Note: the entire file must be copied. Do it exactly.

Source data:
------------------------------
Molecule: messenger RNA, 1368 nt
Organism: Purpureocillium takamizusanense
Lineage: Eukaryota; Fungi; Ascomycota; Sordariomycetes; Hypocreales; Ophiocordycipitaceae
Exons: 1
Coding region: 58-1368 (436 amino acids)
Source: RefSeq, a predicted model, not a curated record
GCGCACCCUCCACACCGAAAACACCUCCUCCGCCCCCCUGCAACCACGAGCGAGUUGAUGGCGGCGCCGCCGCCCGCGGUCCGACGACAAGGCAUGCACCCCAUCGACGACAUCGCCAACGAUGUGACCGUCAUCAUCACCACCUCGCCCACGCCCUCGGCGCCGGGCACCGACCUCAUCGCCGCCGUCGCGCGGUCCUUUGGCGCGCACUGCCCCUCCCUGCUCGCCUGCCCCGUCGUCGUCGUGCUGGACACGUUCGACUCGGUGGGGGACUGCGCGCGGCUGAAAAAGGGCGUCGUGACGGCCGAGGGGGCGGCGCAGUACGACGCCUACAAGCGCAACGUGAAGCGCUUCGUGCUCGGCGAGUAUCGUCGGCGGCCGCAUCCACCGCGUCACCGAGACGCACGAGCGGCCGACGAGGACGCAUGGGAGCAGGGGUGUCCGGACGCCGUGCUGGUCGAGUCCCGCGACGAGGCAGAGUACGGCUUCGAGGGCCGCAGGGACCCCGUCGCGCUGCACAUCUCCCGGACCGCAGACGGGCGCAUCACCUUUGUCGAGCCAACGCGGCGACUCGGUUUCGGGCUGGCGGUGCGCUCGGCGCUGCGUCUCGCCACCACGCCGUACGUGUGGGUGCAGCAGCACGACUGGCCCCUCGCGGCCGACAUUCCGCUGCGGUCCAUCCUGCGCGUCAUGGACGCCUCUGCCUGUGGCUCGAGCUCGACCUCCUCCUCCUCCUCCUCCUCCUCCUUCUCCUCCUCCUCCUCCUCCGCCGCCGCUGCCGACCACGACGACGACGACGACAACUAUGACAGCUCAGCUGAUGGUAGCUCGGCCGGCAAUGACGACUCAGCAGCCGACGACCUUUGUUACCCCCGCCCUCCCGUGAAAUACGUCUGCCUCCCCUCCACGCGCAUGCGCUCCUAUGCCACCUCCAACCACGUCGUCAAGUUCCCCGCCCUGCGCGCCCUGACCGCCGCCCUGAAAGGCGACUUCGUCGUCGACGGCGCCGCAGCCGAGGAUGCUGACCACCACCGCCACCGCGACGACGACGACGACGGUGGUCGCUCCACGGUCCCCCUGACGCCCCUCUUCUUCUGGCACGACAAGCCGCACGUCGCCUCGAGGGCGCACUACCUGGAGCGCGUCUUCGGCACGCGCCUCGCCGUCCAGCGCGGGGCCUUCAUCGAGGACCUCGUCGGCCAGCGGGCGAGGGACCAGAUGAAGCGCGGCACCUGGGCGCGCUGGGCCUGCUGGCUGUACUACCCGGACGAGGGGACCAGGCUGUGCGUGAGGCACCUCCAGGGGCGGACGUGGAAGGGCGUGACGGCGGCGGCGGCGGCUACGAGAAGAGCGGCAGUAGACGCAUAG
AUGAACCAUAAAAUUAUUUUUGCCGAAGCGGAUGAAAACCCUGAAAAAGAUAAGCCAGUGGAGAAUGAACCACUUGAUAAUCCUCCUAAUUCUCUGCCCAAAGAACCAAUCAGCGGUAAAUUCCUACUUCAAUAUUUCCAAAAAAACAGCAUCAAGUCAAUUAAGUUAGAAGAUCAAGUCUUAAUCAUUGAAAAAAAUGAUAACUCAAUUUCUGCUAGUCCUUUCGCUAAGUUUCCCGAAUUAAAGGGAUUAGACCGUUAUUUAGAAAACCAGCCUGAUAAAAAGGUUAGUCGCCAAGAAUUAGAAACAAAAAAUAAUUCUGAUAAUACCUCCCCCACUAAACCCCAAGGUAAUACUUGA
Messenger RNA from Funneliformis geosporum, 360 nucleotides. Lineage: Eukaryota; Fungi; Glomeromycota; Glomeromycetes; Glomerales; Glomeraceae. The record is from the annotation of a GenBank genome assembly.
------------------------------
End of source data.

Molecule: messenger RNA, 1368 nt
Organism: Purpureocillium takamizusanense
Lineage: Eukaryota; Fungi; Ascomycota; Sordariomycetes; Hypocreales; Ophiocordycipitaceae
Exons: 1
Coding region: 58-1368 (436 amino acids)
Source: RefSeq, a predicted model, not a curated record
GCGCACCCUCCACACCGAAAACACCUCCUCCGCCCCCCUGCAACCACGAGCGAGUUGAUGGCGGCGCCGCCGCCCGCGGUCCGACGACAAGGCAUGCACCCCAUCGACGACAUCGCCAACGAUGUGACCGUCAUCAUCACCACCUCGCCCACGCCCUCGGCGCCGGGCACCGACCUCAUCGCCGCCGUCGCGCGGUCCUUUGGCGCGCACUGCCCCUCCCUGCUCGCCUGCCCCGUCGUCGUCGUGCUGGACACGUUCGACUCGGUGGGGGACUGCGCGCGGCUGAAAAAGGGCGUCGUGACGGCCGAGGGGGCGGCGCAGUACGACGCCUACAAGCGCAACGUGAAGCGCUUCGUGCUCGGCGAGUAUCGUCGGCGGCCGCAUCCACCGCGUCACCGAGACGCACGAGCGGCCGACGAGGACGCAUGGGAGCAGGGGUGUCCGGACGCCGUGCUGGUCGAGUCCCGCGACGAGGCAGAGUACGGCUUCGAGGGCCGCAGGGACCCCGUCGCGCUGCACAUCUCCCGGACCGCAGACGGGCGCAUCACCUUUGUCGAGCCAACGCGGCGACUCGGUUUCGGGCUGGCGGUGCGCUCGGCGCUGCGUCUCGCCACCACGCCGUACGUGUGGGUGCAGCAGCACGACUGGCCCCUCGCGGCCGACAUUCCGCUGCGGUCCAUCCUGCGCGUCAUGGACGCCUCUGCCUGUGGCUCGAGCUCGACCUCCUCCUCCUCCUCCUCCUCCUCCUUCUCCUCCUCCUCCUCCUCCGCCGCCGCUGCCGACCACGACGACGACGACGACAACUAUGACAGCUCAGCUGAUGGUAGCUCGGCCGGCAAUGACGACUCAGCAGCCGACGACCUUUGUUACCCCCGCCCUCCCGUGAAAUACGUCUGCCUCCCCUCCACGCGCAUGCGCUCCUAUGCCACCUCCAACCACGUCGUCAAGUUCCCCGCCCUGCGCGCCCUGACCGCCGCCCUGAAAGGCGACUUCGUCGUCGACGGCGCCGCAGCCGAGGAUGCUGACCACCACCGCCACCGCGACGACGACGACGACGGUGGUCGCUCCACGGUCCCCCUGACGCCCCUCUUCUUCUGGCACGACAAGCCGCACGUCGCCUCGAGGGCGCACUACCUGGAGCGCGUCUUCGGCACGCGCCUCGCCGUCCAGCGCGGGGCCUUCAUCGAGGACCUCGUCGGCCAGCGGGCGAGGGACCAGAUGAAGCGCGGCACCUGGGCGCGCUGGGCCUGCUGGCUGUACUACCCGGACGAGGGGACCAGGCUGUGCGUGAGGCACCUCCAGGGGCGGACGUGGAAGGGCGUGACGGCGGCGGCGGCGGCUACGAGAAGAGCGGCAGUAGACGCAUAG
AUGAACCAUAAAAUUAUUUUUGCCGAAGCGGAUGAAAACCCUGAAAAAGAUAAGCCAGUGGAGAAUGAACCACUUGAUAAUCCUCCUAAUUCUCUGCCCAAAGAACCAAUCAGCGGUAAAUUCCUACUUCAAUAUUUCCAAAAAAACAGCAUCAAGUCAAUUAAGUUAGAAGAUCAAGUCUUAAUCAUUGAAAAAAAUGAUAACUCAAUUUCUGCUAGUCCUUUCGCUAAGUUUCCCGAAUUAAAGGGAUUAGACCGUUAUUUAGAAAACCAGCCUGAUAAAAAGGUUAGUCGCCAAGAAUUAGAAACAAAAAAUAAUUCUGAUAAUACCUCCCCCACUAAACCCCAAGGUAAUACUUGA
Messenger RNA from Funneliformis geosporum, 360 nucleotides. Lineage: Eukaryota; Fungi; Glomeromycota; Glomeromycetes; Glomerales; Glomeraceae. The record is from the annotation of a GenBank genome assembly.